Want to get on your readers’ good side? Then take note of two rules to avoid in your writing. It’s what I like to refer to as the naughty list and if a word appears on it, then it has no place in your quality fiction.
Avoid “ly” words – adverbs
Try to avoid adverbs. Just because they exist doesn’t mean you should use them. These are lazy words that steer you away from more clever descriptions. Think of them like potato chips. Empty calories that aren’t good for you and keep you from quality.
Look at these examples:
“He came to her rescue quickly.”
This sentence does the trick, but there’s nothing special about it. Try this passage instead.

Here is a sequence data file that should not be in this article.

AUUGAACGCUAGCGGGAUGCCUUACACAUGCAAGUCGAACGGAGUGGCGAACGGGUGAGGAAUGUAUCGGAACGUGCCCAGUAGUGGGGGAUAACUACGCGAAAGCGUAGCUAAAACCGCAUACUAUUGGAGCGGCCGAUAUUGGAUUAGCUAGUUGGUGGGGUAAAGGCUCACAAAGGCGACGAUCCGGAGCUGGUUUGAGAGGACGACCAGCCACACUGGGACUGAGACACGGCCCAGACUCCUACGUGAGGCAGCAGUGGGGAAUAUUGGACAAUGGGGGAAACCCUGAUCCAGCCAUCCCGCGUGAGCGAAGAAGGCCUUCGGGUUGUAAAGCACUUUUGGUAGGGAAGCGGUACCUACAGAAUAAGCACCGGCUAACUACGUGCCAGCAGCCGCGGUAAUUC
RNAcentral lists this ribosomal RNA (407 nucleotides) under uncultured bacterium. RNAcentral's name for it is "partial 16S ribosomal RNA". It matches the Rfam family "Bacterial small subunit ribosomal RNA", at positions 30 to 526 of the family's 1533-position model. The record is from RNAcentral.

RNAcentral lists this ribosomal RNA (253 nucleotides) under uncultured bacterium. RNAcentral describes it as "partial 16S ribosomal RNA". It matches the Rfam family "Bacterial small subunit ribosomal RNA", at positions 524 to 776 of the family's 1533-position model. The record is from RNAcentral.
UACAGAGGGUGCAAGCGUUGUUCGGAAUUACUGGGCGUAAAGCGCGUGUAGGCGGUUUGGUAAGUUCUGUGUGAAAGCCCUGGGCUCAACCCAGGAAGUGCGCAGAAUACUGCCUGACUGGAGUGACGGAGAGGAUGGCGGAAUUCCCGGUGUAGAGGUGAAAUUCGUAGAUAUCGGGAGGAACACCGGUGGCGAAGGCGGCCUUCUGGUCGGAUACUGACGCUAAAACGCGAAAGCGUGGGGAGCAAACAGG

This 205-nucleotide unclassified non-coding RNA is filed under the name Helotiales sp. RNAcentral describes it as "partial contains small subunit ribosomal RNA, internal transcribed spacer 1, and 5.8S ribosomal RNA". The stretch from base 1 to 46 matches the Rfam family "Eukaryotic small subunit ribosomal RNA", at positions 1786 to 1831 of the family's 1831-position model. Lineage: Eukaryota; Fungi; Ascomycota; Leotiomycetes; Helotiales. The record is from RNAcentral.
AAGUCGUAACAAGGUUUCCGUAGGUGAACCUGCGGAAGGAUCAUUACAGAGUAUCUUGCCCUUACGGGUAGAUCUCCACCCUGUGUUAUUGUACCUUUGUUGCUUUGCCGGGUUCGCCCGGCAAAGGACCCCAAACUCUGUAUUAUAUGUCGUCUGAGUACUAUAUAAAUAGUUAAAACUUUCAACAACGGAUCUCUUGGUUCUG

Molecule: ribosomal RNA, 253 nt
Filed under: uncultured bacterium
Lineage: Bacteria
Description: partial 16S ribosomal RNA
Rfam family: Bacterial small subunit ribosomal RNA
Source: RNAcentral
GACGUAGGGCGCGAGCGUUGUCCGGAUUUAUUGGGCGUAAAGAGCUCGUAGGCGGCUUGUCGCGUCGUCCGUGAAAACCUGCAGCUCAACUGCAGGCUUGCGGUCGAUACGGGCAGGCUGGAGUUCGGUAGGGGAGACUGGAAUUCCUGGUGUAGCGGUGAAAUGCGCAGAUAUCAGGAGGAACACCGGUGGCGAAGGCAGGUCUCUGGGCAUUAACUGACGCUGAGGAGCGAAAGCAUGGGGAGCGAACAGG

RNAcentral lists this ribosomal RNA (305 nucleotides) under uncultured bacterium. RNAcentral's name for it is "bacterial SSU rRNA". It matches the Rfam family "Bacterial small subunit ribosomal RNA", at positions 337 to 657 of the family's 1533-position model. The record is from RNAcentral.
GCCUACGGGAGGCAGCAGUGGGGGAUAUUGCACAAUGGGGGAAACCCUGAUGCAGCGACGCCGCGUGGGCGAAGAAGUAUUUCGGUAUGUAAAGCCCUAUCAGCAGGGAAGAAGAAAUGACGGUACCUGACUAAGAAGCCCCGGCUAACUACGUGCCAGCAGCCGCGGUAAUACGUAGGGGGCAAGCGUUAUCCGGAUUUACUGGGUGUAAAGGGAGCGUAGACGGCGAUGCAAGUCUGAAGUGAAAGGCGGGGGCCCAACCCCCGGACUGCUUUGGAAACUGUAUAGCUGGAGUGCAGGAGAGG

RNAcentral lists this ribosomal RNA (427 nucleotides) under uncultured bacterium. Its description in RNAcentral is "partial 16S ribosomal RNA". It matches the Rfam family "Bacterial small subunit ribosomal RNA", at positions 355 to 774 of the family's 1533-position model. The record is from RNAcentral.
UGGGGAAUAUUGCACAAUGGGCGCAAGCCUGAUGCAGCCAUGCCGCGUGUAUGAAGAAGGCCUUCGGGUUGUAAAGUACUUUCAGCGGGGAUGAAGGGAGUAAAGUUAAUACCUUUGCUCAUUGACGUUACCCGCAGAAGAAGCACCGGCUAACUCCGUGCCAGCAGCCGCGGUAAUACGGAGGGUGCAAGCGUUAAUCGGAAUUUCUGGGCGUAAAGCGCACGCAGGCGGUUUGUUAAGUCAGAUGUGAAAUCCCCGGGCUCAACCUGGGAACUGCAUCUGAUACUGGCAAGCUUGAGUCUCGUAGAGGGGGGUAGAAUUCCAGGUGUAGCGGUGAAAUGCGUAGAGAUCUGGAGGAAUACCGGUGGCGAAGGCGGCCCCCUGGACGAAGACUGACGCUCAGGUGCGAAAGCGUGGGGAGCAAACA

“Every minute was critical. He risked being too late and if that occurred, he could never live with the memory. He ran to her.”
Avoid using “said” as a dialogue descriptor
One sure way to spot an amateur or new writer is to take a look at their dialogue. Does every spoken line end with “said so and so”? It’s the easy way out. Instead, try describing how your character reacted to the scene rather than label the dialogue.
Take a look at these sentences as an example.
“I’m disappointed in you,” said Joe.
It’s boring and amateurish. Try this one:
“Joe rolled his eyes skyward, his arms crossed in front of his chest to show his disappointment. “How could you?”
Do you have a writing pet peeve? Let me know and I’ll highlight in a future blog article.